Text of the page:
Robots are bad for men

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Robots are bad for men

August 6, 2015 - Jim Denison, PhD

Robotic arms concept (Credit: ra2 studio via Fotolia)

If you are a man, beware the robot revolution.  A study published by two Oxford researchers estimates that 47 percent of U.S. jobs could be taken over by robots or computers by 2033.  The study discovered that jobs performed primarily by men are at much greater risk than those performed by women.

For instance, more than 95 percent of the three million truck drivers in the U.S. are men; they could be replaced by autonomous vehicles.  Men hold 97 percent of the 2.5 million U.S. carpentry and construction jobs; their tasks could be replaced by robots.  However, women hold 93 percent of the registered nurse positions.  According to the study, their risk of obsolescence is only .009 percent.  Tasks involving a breadth of decisions and skills in a relational environment are least likely to be automated.  Statistically, such jobs are more the purview of women than men.

The digital revolution affects every dimension of our lives.  For students, Internet research is replacing libraries; textbooks are ebooks; live tutors are available online; tests are monitored by web-based proctoring services; papers are critiqued by computers.

Today, healthcare organizations use predictive modeling to anticipate medical issues; computers monitor patient health and medication; patients use peer-to-peer technology to choose healthcare options; robots assist surgical procedures; advances in genetics are literally transforming the diagnosis of disease and delivery of medical care.

But the digital revolution comes at a cost.  Not only are jobs likely to be lost; our entire culture is being changed in ways we may not notice.  In Sapiens: A Brief History of Humankind, Yuval Noah Harari notes: “Our computers have trouble understanding how Homo sapiens talks, feels and dreams.  So we are teaching Homo sapiens to talk, feel and dream in the language of numbers, which can be understood by computers.”  We are becoming more data-driven, analytical, and empirical, to the detriment of our intuitive selves, personal relationships, and spiritual lives.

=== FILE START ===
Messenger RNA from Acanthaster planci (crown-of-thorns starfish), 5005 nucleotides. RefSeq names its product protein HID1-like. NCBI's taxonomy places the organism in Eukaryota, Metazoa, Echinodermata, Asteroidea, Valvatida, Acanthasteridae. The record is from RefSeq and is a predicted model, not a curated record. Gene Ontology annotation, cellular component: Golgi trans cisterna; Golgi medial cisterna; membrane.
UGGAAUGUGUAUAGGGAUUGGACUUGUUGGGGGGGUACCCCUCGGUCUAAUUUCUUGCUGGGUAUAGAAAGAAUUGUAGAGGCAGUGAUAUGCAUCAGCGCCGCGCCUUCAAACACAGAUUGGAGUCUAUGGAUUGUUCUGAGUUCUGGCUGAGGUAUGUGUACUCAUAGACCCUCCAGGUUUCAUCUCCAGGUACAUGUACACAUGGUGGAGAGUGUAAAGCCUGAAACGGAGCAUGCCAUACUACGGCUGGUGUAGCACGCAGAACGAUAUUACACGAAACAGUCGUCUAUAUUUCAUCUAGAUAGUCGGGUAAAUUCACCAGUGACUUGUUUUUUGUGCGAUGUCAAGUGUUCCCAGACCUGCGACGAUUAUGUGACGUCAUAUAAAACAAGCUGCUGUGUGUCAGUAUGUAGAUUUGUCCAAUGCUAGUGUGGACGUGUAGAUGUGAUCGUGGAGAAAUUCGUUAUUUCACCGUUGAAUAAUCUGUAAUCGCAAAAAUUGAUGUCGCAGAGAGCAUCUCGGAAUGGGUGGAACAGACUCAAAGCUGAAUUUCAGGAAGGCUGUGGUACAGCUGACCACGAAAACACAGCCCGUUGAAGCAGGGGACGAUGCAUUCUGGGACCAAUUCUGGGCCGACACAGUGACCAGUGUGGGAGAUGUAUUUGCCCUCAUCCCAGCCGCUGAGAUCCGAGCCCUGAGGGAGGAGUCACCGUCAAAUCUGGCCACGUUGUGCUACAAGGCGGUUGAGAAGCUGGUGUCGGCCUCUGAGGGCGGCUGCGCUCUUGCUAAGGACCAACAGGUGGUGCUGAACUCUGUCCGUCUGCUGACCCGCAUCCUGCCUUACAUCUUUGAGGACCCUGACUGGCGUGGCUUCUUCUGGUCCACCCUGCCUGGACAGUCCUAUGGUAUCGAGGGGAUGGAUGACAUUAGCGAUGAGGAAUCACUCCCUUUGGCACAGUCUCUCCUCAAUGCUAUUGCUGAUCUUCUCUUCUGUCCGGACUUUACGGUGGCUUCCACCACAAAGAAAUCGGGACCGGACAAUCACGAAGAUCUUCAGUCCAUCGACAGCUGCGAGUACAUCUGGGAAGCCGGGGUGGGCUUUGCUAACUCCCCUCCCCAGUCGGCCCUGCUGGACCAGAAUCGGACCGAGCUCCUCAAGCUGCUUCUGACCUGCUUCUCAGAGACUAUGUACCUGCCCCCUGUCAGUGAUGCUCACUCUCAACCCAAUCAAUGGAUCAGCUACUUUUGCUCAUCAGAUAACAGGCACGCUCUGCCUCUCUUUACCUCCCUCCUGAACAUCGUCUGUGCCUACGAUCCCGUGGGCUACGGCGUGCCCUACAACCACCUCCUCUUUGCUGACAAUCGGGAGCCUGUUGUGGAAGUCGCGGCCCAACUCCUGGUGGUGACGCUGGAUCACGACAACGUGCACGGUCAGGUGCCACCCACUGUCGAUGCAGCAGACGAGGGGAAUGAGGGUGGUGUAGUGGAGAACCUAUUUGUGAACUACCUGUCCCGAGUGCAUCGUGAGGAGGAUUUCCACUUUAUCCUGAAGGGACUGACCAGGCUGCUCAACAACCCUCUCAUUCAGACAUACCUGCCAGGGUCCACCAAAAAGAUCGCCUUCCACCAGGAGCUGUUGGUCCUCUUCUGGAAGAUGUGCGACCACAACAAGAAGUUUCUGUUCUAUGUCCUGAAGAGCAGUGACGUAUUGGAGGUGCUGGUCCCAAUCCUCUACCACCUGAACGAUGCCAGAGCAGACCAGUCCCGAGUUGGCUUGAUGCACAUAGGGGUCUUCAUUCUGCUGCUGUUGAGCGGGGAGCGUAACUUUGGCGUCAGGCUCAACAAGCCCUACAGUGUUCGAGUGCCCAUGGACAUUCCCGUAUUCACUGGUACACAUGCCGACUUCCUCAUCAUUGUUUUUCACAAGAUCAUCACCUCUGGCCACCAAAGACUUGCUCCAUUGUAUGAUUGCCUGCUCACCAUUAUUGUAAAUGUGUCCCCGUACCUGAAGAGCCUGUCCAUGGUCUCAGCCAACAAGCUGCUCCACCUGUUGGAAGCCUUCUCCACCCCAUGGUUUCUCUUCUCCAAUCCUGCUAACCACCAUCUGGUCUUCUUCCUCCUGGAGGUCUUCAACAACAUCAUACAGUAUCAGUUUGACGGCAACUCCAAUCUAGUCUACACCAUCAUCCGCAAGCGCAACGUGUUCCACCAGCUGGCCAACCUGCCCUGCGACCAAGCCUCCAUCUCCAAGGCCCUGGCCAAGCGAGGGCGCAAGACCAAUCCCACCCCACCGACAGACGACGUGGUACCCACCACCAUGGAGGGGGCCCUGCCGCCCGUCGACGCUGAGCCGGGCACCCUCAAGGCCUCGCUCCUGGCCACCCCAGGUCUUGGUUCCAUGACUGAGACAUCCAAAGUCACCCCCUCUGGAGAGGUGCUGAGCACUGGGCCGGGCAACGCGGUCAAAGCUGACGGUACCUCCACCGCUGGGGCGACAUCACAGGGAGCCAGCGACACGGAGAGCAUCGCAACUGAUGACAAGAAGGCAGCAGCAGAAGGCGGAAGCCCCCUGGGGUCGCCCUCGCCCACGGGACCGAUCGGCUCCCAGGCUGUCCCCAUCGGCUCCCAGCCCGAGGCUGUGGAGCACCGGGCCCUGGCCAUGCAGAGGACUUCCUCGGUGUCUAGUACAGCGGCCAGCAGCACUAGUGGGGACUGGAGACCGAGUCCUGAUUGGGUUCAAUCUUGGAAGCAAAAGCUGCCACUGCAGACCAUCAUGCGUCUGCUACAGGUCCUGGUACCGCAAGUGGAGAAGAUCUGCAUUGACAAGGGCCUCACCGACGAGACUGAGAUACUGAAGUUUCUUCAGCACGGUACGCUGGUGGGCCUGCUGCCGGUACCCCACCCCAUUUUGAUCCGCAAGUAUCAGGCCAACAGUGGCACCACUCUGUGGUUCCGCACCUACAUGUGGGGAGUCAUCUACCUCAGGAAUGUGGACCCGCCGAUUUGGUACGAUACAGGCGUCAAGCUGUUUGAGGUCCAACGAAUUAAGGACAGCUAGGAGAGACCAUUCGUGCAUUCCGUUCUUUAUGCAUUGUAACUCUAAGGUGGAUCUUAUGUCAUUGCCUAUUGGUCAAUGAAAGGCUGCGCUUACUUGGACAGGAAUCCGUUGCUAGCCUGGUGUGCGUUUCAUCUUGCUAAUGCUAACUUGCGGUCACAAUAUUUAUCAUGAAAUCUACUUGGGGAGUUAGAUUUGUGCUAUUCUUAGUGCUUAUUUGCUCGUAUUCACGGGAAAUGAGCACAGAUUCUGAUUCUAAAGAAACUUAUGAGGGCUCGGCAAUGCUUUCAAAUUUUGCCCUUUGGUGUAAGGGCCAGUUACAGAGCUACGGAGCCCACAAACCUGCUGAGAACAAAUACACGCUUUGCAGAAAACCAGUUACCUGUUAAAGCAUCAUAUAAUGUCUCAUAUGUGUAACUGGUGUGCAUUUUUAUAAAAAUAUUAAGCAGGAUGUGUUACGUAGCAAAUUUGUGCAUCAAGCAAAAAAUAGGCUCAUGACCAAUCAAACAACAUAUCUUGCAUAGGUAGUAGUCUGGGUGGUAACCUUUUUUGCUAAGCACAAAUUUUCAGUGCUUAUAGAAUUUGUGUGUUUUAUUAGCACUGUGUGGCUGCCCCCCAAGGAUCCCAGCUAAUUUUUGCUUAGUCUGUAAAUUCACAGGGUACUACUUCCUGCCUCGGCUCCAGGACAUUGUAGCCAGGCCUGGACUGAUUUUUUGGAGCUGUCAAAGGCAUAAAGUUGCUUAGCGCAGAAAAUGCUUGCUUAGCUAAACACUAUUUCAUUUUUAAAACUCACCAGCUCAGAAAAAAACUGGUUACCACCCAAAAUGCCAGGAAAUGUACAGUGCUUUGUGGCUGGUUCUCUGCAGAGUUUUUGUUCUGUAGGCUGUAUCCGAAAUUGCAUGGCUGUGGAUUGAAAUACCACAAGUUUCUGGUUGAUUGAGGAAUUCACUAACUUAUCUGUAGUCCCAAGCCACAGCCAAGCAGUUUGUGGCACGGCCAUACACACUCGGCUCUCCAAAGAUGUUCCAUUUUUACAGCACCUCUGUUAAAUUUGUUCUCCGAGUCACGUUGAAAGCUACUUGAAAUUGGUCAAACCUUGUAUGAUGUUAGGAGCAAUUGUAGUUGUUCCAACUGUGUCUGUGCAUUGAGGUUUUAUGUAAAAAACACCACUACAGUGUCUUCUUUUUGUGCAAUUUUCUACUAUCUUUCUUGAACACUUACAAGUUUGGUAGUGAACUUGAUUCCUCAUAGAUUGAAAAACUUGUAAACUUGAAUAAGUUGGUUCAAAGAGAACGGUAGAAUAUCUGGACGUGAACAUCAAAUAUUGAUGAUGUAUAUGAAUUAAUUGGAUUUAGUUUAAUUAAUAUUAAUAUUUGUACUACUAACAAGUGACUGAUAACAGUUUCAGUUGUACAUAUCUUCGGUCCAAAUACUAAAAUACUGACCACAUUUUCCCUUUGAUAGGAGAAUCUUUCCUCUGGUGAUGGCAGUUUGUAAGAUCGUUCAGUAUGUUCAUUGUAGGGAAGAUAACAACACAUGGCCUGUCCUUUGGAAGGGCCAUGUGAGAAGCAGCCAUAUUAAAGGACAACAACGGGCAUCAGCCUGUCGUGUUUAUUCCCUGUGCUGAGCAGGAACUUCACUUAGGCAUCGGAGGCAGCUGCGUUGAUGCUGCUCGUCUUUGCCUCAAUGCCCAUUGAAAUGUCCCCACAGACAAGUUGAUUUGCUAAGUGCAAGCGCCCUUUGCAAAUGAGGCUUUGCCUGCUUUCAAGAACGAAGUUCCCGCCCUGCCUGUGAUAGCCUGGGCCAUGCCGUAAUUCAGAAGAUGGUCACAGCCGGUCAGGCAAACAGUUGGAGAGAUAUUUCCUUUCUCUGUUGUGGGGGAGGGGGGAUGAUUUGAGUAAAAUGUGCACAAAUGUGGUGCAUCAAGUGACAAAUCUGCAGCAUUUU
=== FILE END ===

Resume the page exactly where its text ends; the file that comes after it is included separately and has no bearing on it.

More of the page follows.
And yet, the more our culture values the material, the more we need the spiritual.  Thomas Merton observed, “Every moment and every event of every man’s life on earth plants something in his soul.”  That “something” will endure millennia after the digital revolution is forgotten.  Where can we find the spiritual help and hope we need?

In John 14, Jesus promises, “I will ask the Father, and he will give you another Helper, to be with you forever, even the Spirit of truth” (vs. 16-17).  As Anne Graham Lotz notes, “another” means “another who is exactly the same.”  In other words, “the Holy Spirit is exactly the same as Jesus, but without the physical body.”

If you are a Christian, the Holy Spirit indwells you today (1 Corinthians 3:16).  Think of him as Jesus in your flesh, ready to guide and empower you. (Tweet this) Anything Jesus did 20 centuries ago, the Spirit can do today.  But the Spirit is a gentleman who enters when he’s invited (Revelation 3:20) and leads when he’s followed (John 16:13).

So face the bewildering changes of our day with calm dependence on the Spirit of God.  And remember with Tennyson:

Nothing worthy proving can be proven,
Nor yet disproven: wherefore thou be wise,
Cleave ever to the sunnier side of doubt,
And cling to Faith beyond the forms of Faith.
Unless otherwise noted, all Scripture quotations are from the ESV®️ Bible (The Holy Bible, English Standard Version®️), copyright ©️ 2001 by Crossway, a publishing ministry of Good News Publishers. Used by permission. All rights reserved. The ESV text may not be quoted in any publication made available to the public by a Creative Commons license. The ESV may not be translated in whole or in part into any other language.

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